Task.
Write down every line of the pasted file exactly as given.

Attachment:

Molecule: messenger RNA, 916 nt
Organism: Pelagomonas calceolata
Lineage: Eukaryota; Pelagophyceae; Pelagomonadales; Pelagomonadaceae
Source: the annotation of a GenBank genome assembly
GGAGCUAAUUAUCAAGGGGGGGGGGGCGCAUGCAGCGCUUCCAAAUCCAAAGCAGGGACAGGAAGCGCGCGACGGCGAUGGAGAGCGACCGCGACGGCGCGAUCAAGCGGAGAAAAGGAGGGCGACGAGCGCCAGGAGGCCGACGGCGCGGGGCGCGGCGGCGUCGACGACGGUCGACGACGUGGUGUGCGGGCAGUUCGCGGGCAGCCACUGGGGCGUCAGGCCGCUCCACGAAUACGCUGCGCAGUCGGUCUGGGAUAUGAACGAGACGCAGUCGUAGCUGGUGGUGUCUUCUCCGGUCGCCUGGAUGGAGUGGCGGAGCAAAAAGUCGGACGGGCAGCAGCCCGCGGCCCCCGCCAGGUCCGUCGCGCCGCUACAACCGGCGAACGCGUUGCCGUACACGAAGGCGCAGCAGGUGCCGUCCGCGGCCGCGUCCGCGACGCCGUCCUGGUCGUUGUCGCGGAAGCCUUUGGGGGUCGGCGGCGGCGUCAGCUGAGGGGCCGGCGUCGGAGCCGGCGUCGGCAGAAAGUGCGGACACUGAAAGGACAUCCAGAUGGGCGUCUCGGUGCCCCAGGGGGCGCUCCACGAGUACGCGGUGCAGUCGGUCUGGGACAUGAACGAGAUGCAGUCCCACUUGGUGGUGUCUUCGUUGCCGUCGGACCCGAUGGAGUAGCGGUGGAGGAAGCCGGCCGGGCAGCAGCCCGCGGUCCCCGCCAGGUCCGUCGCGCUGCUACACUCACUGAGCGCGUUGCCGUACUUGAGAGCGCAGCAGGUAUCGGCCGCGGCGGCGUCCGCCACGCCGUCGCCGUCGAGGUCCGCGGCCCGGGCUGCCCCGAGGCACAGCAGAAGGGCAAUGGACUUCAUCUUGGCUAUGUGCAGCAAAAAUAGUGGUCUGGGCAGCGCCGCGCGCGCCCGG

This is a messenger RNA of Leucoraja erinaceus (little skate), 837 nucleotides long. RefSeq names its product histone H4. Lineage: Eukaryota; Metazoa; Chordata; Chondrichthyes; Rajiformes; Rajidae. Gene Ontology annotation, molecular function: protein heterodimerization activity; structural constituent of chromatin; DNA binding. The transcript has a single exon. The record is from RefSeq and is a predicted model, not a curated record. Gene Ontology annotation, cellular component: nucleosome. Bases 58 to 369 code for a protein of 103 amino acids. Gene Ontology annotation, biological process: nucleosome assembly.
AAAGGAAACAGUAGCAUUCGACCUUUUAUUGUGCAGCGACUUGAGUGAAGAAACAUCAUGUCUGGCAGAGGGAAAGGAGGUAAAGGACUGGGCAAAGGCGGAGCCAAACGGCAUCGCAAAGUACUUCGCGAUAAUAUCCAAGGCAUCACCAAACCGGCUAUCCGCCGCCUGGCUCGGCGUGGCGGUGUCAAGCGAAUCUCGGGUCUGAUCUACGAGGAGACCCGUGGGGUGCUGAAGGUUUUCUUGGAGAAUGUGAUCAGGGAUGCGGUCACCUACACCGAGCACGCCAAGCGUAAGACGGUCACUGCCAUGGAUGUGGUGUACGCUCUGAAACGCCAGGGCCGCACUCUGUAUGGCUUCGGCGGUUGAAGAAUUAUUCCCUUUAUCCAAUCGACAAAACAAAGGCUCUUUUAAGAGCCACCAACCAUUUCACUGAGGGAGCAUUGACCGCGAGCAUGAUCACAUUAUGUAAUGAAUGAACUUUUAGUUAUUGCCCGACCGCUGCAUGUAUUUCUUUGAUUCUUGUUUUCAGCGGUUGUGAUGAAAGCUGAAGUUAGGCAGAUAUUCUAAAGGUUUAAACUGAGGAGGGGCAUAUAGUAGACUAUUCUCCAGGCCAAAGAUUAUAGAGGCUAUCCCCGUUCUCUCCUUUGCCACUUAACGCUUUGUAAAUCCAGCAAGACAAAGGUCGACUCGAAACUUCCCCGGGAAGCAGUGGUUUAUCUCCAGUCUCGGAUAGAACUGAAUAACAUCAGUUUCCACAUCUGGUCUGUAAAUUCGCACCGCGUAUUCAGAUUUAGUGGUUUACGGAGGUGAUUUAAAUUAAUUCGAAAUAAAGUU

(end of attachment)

Molecule: messenger RNA, 916 nt
Organism: Pelagomonas calceolata
Lineage: Eukaryota; Pelagophyceae; Pelagomonadales; Pelagomonadaceae
Source: the annotation of a GenBank genome assembly
GGAGCUAAUUAUCAAGGGGGGGGGGGCGCAUGCAGCGCUUCCAAAUCCAAAGCAGGGACAGGAAGCGCGCGACGGCGAUGGAGAGCGACCGCGACGGCGCGAUCAAGCGGAGAAAAGGAGGGCGACGAGCGCCAGGAGGCCGACGGCGCGGGGCGCGGCGGCGUCGACGACGGUCGACGACGUGGUGUGCGGGCAGUUCGCGGGCAGCCACUGGGGCGUCAGGCCGCUCCACGAAUACGCUGCGCAGUCGGUCUGGGAUAUGAACGAGACGCAGUCGUAGCUGGUGGUGUCUUCUCCGGUCGCCUGGAUGGAGUGGCGGAGCAAAAAGUCGGACGGGCAGCAGCCCGCGGCCCCCGCCAGGUCCGUCGCGCCGCUACAACCGGCGAACGCGUUGCCGUACACGAAGGCGCAGCAGGUGCCGUCCGCGGCCGCGUCCGCGACGCCGUCCUGGUCGUUGUCGCGGAAGCCUUUGGGGGUCGGCGGCGGCGUCAGCUGAGGGGCCGGCGUCGGAGCCGGCGUCGGCAGAAAGUGCGGACACUGAAAGGACAUCCAGAUGGGCGUCUCGGUGCCCCAGGGGGCGCUCCACGAGUACGCGGUGCAGUCGGUCUGGGACAUGAACGAGAUGCAGUCCCACUUGGUGGUGUCUUCGUUGCCGUCGGACCCGAUGGAGUAGCGGUGGAGGAAGCCGGCCGGGCAGCAGCCCGCGGUCCCCGCCAGGUCCGUCGCGCUGCUACACUCACUGAGCGCGUUGCCGUACUUGAGAGCGCAGCAGGUAUCGGCCGCGGCGGCGUCCGCCACGCCGUCGCCGUCGAGGUCCGCGGCCCGGGCUGCCCCGAGGCACAGCAGAAGGGCAAUGGACUUCAUCUUGGCUAUGUGCAGCAAAAAUAGUGGUCUGGGCAGCGCCGCGCGCGCCCGG

This is a messenger RNA of Leucoraja erinaceus (little skate), 837 nucleotides long. RefSeq names its product histone H4. Lineage: Eukaryota; Metazoa; Chordata; Chondrichthyes; Rajiformes; Rajidae. Gene Ontology annotation, molecular function: protein heterodimerization activity; structural constituent of chromatin; DNA binding. The transcript has a single exon. The record is from RefSeq and is a predicted model, not a curated record. Gene Ontology annotation, cellular component: nucleosome. Bases 58 to 369 code for a protein of 103 amino acids. Gene Ontology annotation, biological process: nucleosome assembly.
AAAGGAAACAGUAGCAUUCGACCUUUUAUUGUGCAGCGACUUGAGUGAAGAAACAUCAUGUCUGGCAGAGGGAAAGGAGGUAAAGGACUGGGCAAAGGCGGAGCCAAACGGCAUCGCAAAGUACUUCGCGAUAAUAUCCAAGGCAUCACCAAACCGGCUAUCCGCCGCCUGGCUCGGCGUGGCGGUGUCAAGCGAAUCUCGGGUCUGAUCUACGAGGAGACCCGUGGGGUGCUGAAGGUUUUCUUGGAGAAUGUGAUCAGGGAUGCGGUCACCUACACCGAGCACGCCAAGCGUAAGACGGUCACUGCCAUGGAUGUGGUGUACGCUCUGAAACGCCAGGGCCGCACUCUGUAUGGCUUCGGCGGUUGAAGAAUUAUUCCCUUUAUCCAAUCGACAAAACAAAGGCUCUUUUAAGAGCCACCAACCAUUUCACUGAGGGAGCAUUGACCGCGAGCAUGAUCACAUUAUGUAAUGAAUGAACUUUUAGUUAUUGCCCGACCGCUGCAUGUAUUUCUUUGAUUCUUGUUUUCAGCGGUUGUGAUGAAAGCUGAAGUUAGGCAGAUAUUCUAAAGGUUUAAACUGAGGAGGGGCAUAUAGUAGACUAUUCUCCAGGCCAAAGAUUAUAGAGGCUAUCCCCGUUCUCUCCUUUGCCACUUAACGCUUUGUAAAUCCAGCAAGACAAAGGUCGACUCGAAACUUCCCCGGGAAGCAGUGGUUUAUCUCCAGUCUCGGAUAGAACUGAAUAACAUCAGUUUCCACAUCUGGUCUGUAAAUUCGCACCGCGUAUUCAGAUUUAGUGGUUUACGGAGGUGAUUUAAAUUAAUUCGAAAUAAAGUU